I see it a little bit like an Impressionist painting. Most of the masters of Impressionism had the skills to render the world around them in exacting detail that would rival photography in terms of realism. Their choices, however, were to make bolder statements about the content of the world around them and their response to that content by rendering it in broader strokes of atypical color and less realism-bound techniques.

What they accomplish with these choices is to communicate a deeper understanding of the emotional content of their vision, rather than merely showing their audience a representation of what their eyes have seen. Their audience feels the truth of their work, and this is why it still stands today: Because it uses a less specific and strictly representative emotional language to communicate a vision of perceived reality that is as universally relevant now as it was in their own time. In capturing the richness and diversity of individual experience by freeze-framing it with a language more universal to the reality of Human understanding than anything we can comprehend within the limitations of only one sensory input (sight), these artists are able to communicate more emotional detail by using less visual detail, and by translating their own multi-sensory responses into something that sacrifices visual realism to achieve a more deeply realistic representation of the true content of that moment in time, not just what that moment looked like.

So what the hell does that have to do with Sam and Dean? A lot, actually, especially when speaking to why I find an interpretation predicated on universal literary themes (like fatal flaws) more intensely realistic to the content who these guys are at the core than I do one that adheres to a more strictly realistic analysis of what would drive a non-literary character to act in similar ways.

Cause I mean, come on, admit it: Have you ever met anyone even remotely as charming as Dean? Or as noble as Sam? Or as obsessed as John? Of course you haven’t, because they’re characters, not real people. And in writing characters, writers have the luxury of manipulating their actions and dialog to a communicative end rather than just rolling a camera and hoping what real people do actually lines up with what the writer wants to communicate. Compared to reality, even the most realistically rendered characters are more noble, more self serving, more intelligent, luckier, stupider, braver, more profound, more savage, wittier, more apt to find themselves in a position of having to kill their father to save the world, sexier … the list goes on, quite literally, forever. Because if it didn’t, why the hell would we bother to watch them?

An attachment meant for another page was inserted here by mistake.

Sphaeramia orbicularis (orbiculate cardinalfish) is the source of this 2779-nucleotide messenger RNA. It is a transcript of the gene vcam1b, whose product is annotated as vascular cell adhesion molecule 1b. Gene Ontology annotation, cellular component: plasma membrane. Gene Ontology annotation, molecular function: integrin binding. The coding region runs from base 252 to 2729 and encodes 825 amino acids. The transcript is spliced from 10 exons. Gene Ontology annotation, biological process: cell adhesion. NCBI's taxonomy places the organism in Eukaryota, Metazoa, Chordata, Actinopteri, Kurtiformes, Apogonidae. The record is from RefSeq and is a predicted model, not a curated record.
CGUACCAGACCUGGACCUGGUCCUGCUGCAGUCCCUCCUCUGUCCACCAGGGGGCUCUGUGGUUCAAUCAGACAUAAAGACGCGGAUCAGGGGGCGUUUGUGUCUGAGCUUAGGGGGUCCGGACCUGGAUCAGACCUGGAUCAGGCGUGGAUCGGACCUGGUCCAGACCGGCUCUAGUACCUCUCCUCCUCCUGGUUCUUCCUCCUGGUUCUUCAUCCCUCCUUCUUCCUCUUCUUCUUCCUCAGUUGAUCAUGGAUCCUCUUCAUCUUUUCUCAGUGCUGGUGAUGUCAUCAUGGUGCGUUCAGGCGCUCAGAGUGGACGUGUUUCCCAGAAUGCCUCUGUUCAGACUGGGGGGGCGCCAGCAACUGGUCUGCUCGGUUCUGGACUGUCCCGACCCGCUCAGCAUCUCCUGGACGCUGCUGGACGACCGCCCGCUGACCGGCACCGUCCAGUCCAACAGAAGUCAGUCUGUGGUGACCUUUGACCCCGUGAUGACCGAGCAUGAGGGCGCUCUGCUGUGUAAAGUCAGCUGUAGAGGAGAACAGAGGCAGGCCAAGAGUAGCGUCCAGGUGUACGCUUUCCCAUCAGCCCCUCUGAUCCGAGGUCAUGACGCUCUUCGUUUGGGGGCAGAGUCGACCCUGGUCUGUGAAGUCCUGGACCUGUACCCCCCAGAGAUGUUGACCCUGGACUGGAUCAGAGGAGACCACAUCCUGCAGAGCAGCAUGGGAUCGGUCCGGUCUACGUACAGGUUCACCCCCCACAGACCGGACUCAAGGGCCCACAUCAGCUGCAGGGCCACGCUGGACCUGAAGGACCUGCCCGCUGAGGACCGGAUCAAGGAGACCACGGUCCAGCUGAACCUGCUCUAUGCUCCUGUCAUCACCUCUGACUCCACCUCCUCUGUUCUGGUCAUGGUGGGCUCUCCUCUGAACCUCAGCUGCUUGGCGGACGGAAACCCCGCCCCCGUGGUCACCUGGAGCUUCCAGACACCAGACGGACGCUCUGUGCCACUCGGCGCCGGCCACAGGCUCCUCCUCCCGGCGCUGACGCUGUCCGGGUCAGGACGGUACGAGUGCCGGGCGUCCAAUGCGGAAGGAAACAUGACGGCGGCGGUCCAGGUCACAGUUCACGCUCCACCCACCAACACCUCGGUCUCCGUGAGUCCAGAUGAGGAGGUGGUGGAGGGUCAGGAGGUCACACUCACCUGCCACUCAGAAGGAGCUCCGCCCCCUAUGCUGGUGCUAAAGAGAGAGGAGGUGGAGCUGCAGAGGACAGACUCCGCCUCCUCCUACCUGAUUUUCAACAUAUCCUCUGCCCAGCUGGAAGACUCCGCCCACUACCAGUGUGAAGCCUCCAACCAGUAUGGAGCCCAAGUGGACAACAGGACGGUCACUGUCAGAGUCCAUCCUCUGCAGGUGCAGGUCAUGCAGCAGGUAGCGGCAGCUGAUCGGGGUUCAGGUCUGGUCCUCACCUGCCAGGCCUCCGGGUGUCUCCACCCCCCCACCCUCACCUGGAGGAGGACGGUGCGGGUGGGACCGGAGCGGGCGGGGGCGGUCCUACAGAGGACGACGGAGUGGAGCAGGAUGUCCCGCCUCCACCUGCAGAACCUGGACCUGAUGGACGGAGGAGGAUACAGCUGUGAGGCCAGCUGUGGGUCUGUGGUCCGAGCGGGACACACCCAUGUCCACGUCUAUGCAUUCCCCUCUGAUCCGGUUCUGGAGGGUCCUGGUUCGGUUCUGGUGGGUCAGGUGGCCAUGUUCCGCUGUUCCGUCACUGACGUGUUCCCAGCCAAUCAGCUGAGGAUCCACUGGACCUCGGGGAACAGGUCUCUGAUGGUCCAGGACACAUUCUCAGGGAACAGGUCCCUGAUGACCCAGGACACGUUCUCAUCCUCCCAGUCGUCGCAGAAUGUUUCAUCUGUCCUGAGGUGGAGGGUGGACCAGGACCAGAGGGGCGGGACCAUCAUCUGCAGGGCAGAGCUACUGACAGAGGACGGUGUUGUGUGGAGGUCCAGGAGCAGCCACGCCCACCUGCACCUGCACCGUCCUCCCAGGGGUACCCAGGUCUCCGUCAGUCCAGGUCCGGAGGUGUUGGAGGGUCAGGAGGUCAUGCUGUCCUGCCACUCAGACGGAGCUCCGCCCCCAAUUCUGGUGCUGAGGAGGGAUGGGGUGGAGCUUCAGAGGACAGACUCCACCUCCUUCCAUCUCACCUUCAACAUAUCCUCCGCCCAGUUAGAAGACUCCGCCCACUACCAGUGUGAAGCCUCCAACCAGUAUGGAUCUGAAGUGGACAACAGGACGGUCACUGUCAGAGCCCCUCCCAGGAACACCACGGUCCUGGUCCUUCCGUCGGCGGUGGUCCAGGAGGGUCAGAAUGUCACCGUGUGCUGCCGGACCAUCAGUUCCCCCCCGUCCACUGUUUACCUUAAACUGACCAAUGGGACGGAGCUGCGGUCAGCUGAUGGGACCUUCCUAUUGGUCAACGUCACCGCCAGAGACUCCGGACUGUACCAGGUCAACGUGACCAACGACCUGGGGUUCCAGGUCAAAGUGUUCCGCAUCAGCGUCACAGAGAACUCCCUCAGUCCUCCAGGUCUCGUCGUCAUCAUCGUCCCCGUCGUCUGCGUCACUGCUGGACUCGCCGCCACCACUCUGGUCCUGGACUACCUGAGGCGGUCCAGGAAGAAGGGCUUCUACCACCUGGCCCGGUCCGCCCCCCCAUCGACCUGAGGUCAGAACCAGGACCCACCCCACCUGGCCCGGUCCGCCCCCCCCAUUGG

Reality is the stuff of everyday life. Art is what we say about who we are as the soul by the choices we make when we get our whack at playing God by pulling the strings of fictional people who look and act more-or-less like ourselves. And as an audience, the more we recognize the puppets on the stage, the more likely we are to accept what the puppeteer has to say as a truth relevant to who we are. That’s why heroes are always more noble than flawed … because we all want to think that of ourselves, so we are more vulnerable to messages brought by people who would run at danger rather than away from it, thinking we recognize in them, ourselves; when what we really recognize is who we would like to be.

All that being said, back to the notion that Sammy’s choice is a failure because he indulges in his own personal fatal flaw by making it all about Dean. Although I’ve already expounded on this in detail in my previous meta, I'll kind of encapsulate the gist of the concept here by saying that, if Sam’s incapacity to put the needs of anything or anyone (including himself, his father, the world in general …) before the needs of his brother is indeed his fatal flaw, then indulging it must, by definition, lead to tragedy. And because Sam has always been (or at least, seemed to be) the one who doesn't indulge his fatal flaw in that he could put Dean first but isn’t so obsessively driven to do so that it dooms him to lead a tragic life the ilk of the life lived by both his father and brother (neither of whom can resist their respective fatal flaws), it seems logical to conclude that the tragic consequence of his choice at this critical junction is intended to define the choice as a failure of the fatal flaw variety.